Who will it be?
A million is very significant when talking about the Walker Recall petition drive. 1,000,000 voters (assuming that that number holds up on review) represents 46% of all the voters in the last gubernatorial election in Wisconsin. Back in June I posted about the number of petitioners in Ohio for the Voter Veto Referendum in Ohio that was ultimately successful in rolling back the enacted limits on collective bargaining by the GOP statehouse and governor there:
In the 2010 Ohio gubernatorial election, just a shade under 4,000,000 citizens voted and Governor Kasich squeaked through by about 77,000 votes. So the number of signatures on the petitions to subject Senate Bill 5 to a veto referendum (1,298,301 signatures) represent almost 33% of the 2010 electorate in Ohio46% is much bigger than 33%. But securing a million signatures will be a wasted effort unless a viable candidate is put up to run against Governor Walker. You don't have to like Scott Walker to acknowledge that he is a very capable and smooth candidate.
The last thing we need is for the candidate opposing him to look hand-selected by organized labor, and that is seemingly what the unions in Wisconsin are working to do with Kathleen Falk. While I like Kathleen (I went to law school with her), she has twice failed in state-wide elections, and is too easily painted with the Madison Liberali brush. David Obey is, like Tommy Thompson, too long in the teeth now. Tom Barrett proved to be an inadequate retail politician and debater last Fall, and it will seem too much like a "do-over" if he runs. Right now, Tim Cullen seems like the best of the bunch.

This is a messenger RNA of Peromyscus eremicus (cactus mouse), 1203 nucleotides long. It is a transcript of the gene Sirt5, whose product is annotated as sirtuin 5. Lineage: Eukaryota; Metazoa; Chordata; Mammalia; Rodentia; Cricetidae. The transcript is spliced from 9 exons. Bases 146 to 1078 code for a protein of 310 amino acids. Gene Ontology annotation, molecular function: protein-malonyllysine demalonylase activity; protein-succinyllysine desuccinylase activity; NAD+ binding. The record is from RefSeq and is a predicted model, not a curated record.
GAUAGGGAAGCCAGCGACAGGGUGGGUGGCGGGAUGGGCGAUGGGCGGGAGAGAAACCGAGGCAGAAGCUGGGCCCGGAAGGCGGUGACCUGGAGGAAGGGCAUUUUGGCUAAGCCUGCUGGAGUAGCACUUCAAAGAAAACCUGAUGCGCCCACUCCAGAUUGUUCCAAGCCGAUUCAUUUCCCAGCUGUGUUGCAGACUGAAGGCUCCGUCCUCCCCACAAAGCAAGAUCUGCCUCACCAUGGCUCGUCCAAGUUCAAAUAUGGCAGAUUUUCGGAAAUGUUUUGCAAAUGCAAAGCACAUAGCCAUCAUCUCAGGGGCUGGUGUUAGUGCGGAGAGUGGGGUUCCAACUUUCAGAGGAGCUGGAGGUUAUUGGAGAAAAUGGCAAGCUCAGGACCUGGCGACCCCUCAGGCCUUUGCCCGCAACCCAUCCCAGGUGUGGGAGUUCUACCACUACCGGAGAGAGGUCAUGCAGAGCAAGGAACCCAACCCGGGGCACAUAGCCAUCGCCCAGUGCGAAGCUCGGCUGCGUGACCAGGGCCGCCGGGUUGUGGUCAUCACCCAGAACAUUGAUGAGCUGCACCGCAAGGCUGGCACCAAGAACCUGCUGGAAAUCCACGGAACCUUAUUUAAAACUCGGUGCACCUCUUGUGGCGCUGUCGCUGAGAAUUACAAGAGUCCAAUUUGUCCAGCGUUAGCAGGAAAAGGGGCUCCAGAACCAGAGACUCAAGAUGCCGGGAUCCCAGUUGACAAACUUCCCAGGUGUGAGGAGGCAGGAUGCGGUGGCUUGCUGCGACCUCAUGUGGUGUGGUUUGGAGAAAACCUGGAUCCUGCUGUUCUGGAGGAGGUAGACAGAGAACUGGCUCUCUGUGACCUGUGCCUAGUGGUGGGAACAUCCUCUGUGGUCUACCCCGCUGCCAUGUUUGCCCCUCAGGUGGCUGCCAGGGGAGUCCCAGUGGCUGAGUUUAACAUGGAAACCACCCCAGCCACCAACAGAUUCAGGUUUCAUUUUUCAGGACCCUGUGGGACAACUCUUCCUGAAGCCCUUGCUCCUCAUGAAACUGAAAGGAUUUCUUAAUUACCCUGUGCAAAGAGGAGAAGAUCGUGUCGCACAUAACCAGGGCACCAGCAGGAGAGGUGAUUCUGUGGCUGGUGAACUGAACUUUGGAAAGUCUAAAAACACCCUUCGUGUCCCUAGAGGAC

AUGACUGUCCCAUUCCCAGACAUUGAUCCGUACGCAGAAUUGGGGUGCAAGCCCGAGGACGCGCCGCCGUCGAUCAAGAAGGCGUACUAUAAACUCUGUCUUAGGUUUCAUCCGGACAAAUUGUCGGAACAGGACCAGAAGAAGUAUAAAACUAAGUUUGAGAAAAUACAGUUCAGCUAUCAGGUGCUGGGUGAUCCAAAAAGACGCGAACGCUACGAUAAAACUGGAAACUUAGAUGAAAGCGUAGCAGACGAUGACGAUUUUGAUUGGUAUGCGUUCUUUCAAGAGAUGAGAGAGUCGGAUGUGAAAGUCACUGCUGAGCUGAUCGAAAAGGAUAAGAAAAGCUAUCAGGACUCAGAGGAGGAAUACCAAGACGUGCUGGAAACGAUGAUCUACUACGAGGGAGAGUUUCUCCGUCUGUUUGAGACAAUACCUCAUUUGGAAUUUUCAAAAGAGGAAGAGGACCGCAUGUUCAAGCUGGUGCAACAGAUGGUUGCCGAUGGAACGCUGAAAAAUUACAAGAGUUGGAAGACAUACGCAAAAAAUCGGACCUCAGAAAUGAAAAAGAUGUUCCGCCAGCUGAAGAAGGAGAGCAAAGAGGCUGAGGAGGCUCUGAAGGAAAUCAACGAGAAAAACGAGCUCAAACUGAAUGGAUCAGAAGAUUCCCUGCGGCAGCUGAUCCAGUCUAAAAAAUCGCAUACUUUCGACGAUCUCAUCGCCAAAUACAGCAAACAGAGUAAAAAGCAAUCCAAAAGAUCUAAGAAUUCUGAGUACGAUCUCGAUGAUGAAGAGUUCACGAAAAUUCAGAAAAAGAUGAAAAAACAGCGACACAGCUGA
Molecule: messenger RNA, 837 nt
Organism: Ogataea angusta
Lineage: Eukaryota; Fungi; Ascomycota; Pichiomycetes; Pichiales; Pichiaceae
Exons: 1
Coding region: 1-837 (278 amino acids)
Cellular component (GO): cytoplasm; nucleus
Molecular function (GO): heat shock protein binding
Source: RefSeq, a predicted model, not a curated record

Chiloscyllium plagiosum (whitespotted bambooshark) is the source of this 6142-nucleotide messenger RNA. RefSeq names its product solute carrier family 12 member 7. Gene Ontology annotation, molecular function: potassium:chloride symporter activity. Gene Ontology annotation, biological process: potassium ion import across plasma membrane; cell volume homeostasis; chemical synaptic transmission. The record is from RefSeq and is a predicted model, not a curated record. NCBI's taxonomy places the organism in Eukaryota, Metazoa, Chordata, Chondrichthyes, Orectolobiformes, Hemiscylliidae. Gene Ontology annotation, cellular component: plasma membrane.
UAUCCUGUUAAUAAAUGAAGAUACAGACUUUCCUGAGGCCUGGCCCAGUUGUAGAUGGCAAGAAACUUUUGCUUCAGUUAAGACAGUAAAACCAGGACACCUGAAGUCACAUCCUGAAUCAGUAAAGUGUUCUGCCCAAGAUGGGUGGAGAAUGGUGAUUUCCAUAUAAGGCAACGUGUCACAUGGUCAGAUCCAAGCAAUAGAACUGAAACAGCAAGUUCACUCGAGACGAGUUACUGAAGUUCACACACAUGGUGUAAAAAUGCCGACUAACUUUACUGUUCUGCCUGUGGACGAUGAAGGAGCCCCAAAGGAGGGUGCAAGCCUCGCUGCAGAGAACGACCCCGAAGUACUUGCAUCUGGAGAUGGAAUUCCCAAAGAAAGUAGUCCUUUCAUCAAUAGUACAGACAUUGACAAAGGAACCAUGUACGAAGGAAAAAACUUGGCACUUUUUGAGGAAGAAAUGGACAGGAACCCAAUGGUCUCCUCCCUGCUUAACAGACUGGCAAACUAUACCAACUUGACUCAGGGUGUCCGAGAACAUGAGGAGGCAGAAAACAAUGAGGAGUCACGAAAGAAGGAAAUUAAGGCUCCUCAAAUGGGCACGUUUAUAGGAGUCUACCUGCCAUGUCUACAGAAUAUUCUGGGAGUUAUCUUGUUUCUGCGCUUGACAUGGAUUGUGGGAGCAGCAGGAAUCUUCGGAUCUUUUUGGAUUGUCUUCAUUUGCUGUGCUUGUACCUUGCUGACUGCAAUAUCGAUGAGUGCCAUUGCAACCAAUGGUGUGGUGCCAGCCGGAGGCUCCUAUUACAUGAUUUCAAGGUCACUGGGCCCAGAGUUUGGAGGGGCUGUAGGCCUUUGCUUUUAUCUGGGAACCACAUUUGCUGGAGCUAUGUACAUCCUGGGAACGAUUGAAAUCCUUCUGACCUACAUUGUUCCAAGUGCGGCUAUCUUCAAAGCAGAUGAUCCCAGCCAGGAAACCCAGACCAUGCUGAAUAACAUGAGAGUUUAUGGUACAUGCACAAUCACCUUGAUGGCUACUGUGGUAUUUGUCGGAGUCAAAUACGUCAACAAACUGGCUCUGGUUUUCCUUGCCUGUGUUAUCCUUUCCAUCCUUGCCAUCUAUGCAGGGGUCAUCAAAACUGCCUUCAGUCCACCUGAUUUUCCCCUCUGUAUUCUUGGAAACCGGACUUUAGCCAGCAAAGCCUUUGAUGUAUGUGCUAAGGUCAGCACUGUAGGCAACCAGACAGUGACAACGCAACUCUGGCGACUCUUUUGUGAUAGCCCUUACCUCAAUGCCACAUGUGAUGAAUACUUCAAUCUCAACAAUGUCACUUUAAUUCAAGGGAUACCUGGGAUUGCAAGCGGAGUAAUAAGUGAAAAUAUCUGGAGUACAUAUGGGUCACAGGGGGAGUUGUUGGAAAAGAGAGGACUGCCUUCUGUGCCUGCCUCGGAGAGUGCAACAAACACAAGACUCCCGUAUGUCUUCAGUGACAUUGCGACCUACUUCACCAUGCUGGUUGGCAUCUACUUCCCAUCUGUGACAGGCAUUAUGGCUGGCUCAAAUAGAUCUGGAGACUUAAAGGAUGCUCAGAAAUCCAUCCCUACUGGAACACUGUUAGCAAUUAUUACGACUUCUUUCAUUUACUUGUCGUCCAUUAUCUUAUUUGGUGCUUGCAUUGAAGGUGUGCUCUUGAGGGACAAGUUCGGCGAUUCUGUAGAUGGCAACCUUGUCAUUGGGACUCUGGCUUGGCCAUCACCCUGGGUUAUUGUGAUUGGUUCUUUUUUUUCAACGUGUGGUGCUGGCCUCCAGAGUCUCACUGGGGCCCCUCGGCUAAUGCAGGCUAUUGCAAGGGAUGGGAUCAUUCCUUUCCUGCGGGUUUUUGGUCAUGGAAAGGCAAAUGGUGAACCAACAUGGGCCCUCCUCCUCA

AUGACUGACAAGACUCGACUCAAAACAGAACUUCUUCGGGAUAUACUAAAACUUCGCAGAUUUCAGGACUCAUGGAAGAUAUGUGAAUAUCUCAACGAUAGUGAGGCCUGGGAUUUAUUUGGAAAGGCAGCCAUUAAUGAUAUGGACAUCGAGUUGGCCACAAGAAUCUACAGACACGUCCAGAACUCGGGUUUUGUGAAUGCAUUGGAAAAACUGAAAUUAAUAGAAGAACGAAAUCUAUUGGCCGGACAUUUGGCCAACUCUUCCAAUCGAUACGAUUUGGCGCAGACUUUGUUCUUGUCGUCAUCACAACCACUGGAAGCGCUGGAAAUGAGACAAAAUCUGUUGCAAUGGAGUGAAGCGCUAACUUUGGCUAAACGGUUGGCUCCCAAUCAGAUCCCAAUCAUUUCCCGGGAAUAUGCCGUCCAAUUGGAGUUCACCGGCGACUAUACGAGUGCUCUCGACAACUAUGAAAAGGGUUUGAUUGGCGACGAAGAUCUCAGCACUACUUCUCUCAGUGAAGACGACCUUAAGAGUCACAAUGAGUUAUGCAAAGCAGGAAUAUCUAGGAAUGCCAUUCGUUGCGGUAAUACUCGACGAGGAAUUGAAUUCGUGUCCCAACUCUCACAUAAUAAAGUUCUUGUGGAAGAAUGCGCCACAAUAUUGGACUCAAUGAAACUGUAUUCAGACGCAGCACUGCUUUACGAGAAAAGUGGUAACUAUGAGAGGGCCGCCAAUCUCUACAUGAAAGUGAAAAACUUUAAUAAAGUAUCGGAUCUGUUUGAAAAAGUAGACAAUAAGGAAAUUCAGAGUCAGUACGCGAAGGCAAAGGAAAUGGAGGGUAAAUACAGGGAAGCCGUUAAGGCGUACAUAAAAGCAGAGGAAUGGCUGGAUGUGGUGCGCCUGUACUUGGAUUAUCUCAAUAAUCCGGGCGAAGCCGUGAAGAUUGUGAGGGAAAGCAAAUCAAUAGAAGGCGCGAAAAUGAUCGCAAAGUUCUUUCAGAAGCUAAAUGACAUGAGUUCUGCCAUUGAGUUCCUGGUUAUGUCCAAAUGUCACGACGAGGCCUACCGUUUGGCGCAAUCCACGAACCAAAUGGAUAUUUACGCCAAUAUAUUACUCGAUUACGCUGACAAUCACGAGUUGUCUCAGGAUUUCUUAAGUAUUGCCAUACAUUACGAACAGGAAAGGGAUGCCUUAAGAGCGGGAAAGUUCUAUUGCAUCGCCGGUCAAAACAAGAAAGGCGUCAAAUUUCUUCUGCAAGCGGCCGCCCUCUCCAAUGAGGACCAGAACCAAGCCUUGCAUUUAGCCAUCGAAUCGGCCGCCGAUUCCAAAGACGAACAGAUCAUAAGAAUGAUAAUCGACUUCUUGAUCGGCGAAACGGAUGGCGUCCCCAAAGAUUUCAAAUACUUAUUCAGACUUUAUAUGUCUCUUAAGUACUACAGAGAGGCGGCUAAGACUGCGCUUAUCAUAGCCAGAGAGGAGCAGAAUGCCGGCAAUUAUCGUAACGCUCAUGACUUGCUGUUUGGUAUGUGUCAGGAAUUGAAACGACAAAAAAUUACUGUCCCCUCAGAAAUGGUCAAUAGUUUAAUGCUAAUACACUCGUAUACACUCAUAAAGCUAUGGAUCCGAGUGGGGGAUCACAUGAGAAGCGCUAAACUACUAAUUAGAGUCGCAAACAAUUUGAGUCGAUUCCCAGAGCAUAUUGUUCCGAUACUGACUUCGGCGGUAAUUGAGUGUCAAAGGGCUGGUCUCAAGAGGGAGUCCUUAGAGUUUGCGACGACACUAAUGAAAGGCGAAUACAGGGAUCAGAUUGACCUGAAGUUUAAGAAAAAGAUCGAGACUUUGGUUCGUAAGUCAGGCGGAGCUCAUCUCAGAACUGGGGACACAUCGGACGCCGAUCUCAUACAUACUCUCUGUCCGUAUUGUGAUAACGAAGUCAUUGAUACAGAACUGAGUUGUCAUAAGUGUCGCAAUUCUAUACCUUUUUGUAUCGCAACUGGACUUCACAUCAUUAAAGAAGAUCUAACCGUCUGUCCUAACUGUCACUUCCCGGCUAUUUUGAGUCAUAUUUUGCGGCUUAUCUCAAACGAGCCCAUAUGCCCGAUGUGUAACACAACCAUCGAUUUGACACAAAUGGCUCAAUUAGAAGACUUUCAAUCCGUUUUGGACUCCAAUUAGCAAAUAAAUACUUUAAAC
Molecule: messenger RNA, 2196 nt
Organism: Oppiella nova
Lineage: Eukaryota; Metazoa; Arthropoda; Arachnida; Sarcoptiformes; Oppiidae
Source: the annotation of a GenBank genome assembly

But if I could be God for a day in setting up this election, I would direct (remember, I'm God for the day) Mark Bugher, former Secretary of both the Department of Revenue and the Department of Administration under Tommy Thompson to switch political parties and run as a Democrat. Bugher is clearly a bi-partisan type of adminstrator. He is scary smart, very affable, politically savvy, with loyal friends in all parts of the state. He is committed to the development of Wisconsin as a powerhouse in the technology and bio-technology markets in his current jobs as director of the University Research Park and as a special assistant to Chancellor David Ward on UW policy. He understands how important the success of the University system is to the entire state's economy. That is something that Governor Walker and the Brothers Fitzgerald either don't recognize or, worse, don't care about. While Mark Bugher has always been a Republican, today's Wisconsin Republican party, grounded on Tea Party inanity, might be starting to seem somewhat alien to him.